End of streaming: Why full roll-out of move only in 2024

The Ministry of Education will pilot full subject-based banding in about 25 secondary schools next year and progressively apply it to all schools, with streaming to end in 2024.
The Ministry of Education will pilot full subject-based banding in about 25 secondary schools next year and progressively apply it to all schools, with streaming to end in 2024.PHOTO: ST FILE

The challenges of replacing the Normal and Express streams with full subject-based banding should not be underestimated, Education Minister Ong Ye Kung said in Parliament on Tuesday.

His ministry will pilot full subject-based banding in about 25 secondary schools next year and progressively apply it to all schools, with streaming to end in 2024, he added.

He went on to explain: "Implementing full subject-based banding will be a multi-year transition.

"We should not underestimate the challenge of this move. There are major operational challenges, such as timetabling. Schools will need time to learn, adapt and innovate," he said during the debate on his ministry's budget.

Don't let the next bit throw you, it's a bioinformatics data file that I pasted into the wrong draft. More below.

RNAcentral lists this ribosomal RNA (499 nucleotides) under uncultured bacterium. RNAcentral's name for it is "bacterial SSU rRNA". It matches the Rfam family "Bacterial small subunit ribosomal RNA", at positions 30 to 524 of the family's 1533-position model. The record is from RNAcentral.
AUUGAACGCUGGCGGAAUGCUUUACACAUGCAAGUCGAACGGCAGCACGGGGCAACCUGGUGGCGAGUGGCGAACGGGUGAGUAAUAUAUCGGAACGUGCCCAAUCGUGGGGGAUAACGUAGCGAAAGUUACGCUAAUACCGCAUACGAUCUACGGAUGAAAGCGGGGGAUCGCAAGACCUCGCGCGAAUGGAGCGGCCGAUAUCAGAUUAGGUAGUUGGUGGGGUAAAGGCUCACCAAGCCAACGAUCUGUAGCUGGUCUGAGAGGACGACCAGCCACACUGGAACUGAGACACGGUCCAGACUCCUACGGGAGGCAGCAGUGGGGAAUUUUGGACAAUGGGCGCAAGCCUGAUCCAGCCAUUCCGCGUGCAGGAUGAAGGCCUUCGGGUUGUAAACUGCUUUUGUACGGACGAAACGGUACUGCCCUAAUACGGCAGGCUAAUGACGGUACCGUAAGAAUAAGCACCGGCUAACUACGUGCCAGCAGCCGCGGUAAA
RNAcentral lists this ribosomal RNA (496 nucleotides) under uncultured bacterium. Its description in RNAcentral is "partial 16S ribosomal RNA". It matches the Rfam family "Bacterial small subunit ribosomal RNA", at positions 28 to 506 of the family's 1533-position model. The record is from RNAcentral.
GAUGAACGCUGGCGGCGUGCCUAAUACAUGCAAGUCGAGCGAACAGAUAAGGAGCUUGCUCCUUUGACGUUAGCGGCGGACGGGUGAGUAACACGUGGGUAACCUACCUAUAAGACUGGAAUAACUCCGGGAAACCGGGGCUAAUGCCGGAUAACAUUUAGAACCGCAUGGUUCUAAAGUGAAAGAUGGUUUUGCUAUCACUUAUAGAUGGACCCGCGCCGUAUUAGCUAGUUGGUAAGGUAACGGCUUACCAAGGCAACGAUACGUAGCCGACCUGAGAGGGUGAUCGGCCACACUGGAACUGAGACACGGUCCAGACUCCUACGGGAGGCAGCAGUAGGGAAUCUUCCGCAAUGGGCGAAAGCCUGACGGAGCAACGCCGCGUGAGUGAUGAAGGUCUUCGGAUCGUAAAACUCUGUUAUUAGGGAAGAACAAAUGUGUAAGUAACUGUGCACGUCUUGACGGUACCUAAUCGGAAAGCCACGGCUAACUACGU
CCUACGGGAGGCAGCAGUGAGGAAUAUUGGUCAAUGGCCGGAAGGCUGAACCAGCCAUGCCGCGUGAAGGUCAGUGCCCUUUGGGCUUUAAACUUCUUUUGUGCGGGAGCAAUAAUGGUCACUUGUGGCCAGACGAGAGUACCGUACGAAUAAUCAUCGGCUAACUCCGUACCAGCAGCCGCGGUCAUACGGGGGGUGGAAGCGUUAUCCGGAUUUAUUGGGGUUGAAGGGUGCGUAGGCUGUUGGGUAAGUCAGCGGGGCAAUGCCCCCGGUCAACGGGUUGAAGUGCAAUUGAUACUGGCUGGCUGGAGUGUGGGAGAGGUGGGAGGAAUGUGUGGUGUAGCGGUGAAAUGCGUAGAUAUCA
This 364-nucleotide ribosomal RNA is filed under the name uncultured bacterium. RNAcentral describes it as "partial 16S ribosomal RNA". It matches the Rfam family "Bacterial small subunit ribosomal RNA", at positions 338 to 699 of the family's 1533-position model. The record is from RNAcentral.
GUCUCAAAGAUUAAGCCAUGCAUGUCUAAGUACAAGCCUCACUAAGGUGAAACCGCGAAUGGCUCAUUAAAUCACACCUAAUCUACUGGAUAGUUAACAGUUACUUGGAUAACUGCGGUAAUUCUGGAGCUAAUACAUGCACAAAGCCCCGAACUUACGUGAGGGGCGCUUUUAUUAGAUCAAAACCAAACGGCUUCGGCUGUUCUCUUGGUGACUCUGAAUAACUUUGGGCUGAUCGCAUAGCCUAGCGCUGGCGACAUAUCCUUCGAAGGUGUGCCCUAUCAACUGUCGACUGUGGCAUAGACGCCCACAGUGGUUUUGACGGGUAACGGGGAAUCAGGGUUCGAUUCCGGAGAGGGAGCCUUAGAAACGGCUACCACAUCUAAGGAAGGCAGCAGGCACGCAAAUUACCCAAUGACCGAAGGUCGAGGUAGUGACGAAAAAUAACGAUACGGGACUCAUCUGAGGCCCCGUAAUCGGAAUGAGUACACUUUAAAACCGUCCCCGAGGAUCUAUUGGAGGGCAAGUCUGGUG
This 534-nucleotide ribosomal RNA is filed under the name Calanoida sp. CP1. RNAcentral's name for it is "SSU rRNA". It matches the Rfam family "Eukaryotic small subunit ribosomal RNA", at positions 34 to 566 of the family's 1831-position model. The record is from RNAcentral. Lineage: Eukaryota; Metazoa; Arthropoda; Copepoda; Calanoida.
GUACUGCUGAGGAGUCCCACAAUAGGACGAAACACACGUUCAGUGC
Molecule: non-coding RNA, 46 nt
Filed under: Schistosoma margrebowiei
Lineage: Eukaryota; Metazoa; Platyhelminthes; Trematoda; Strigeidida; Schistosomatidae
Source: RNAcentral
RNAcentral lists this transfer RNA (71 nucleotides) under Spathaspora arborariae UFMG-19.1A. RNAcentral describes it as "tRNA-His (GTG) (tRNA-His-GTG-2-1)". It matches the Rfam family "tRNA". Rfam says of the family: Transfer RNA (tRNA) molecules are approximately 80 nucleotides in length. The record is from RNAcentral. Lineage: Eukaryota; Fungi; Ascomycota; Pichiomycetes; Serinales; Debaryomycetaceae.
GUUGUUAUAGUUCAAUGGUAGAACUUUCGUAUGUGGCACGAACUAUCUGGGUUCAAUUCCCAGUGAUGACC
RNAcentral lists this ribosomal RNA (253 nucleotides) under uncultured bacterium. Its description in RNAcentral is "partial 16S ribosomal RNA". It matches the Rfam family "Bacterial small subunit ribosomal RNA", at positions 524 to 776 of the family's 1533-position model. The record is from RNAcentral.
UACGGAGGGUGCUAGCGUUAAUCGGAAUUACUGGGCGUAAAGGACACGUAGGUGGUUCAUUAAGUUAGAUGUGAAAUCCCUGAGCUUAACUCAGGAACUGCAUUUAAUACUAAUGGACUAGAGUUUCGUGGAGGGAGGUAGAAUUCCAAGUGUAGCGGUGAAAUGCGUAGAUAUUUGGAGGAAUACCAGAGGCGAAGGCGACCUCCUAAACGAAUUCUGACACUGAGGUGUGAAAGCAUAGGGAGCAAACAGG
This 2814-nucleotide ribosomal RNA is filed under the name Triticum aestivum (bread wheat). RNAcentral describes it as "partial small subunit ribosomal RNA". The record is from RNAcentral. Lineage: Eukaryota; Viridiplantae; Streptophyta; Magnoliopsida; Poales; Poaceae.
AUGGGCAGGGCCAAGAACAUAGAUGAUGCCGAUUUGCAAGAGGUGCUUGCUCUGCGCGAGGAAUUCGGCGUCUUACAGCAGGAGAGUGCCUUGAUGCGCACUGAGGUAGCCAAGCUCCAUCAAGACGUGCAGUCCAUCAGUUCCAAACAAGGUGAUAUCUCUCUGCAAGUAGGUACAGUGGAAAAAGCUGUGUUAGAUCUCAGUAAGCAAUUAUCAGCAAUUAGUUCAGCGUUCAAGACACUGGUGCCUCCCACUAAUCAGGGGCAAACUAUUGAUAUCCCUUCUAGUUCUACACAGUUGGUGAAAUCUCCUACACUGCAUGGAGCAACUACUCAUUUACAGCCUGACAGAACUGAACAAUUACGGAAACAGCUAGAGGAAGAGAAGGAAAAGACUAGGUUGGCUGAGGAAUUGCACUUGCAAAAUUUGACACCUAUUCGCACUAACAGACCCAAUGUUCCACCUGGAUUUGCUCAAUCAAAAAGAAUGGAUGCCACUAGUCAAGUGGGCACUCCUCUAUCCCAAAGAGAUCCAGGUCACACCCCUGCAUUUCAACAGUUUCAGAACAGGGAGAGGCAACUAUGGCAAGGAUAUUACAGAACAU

For instance, Edgefield Secondary School - where each Secondary 1 class is made up of students from different streams - had to go through more than 100 permutations of the timetable before coming up with the final version.

In drawing it up, the school had to consider such factors as the availability of classrooms and teachers, and ensuring the students' school hours are not extended and teachers' workload not increased significantly.

Edgefield principal Lee Peck Ping also said in an earlier interview with The Straits Times that the school had tried to "allocate venues close to each other to minimise students' walking distance and to maximise curriculum time".

Mr Ong further explained in a video released by the Education Ministry on Tuesday that this latest change is "far more complicated" than the removal of the EM1, EM2 and EM3 streams in primary schools in 2008.

 
 

"What we are doing today for secondary schools is informed by (that) experience... We are doing a similar effort now, but it is far more complicated because there are many more subjects," he said.

"We introduced subject-based banding (in secondary schools) as a pilot in 2014. In 2018, we extended it across the system.

"Today, in 2019, we will take further steps that will eventually - by 2024 - merge all three streams into one course. And within each course, (there will be) many subject bands."

 
A version of this article appeared in the print edition of The Straits Times on March 07, 2019, with the headline 'Why full roll-out of move only in 2024'. Print Edition | Subscribe